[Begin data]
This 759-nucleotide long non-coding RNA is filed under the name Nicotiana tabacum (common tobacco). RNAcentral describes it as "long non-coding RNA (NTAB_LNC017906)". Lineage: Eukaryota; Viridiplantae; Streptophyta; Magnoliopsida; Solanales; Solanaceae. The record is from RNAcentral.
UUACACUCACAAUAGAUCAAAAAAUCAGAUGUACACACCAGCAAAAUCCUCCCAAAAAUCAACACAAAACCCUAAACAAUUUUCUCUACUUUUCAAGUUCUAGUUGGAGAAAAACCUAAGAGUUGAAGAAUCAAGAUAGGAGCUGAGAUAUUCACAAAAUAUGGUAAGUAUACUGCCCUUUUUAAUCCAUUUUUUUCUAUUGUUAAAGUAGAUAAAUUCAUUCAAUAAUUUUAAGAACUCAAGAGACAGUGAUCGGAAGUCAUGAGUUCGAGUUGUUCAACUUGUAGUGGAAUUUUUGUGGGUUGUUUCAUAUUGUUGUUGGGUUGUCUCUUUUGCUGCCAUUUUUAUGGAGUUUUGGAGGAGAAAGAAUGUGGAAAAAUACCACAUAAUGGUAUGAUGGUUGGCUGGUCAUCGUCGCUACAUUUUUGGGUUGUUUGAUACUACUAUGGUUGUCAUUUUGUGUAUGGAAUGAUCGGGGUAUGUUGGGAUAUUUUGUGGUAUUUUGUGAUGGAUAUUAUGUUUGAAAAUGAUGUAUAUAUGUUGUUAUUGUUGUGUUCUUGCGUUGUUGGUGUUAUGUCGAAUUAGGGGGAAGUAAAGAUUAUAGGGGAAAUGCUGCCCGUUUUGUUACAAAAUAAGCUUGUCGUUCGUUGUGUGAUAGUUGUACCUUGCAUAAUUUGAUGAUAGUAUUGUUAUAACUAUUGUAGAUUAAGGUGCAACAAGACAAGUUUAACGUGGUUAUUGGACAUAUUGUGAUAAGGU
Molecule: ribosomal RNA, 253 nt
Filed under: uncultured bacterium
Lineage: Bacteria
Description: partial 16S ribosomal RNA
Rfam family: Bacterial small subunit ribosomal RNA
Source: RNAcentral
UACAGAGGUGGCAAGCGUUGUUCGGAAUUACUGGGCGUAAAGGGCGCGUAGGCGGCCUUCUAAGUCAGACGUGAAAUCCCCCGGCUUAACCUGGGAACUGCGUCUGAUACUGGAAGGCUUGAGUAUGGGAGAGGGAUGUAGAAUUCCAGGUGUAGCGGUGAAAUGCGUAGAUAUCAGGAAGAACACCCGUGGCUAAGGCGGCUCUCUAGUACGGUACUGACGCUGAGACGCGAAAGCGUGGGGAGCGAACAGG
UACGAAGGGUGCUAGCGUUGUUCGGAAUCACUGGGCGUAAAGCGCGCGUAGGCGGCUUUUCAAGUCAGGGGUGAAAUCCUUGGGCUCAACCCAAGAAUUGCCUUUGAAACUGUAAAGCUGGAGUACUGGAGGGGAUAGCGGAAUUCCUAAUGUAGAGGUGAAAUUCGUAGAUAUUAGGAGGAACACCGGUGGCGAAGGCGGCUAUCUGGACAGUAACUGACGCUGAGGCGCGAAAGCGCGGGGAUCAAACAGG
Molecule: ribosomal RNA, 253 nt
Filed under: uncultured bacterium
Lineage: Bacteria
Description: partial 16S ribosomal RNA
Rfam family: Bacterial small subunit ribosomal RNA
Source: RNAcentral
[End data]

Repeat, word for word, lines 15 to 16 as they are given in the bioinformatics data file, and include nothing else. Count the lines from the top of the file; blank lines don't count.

Rfam family: Bacterial small subunit ribosomal RNA
Source: RNAcentral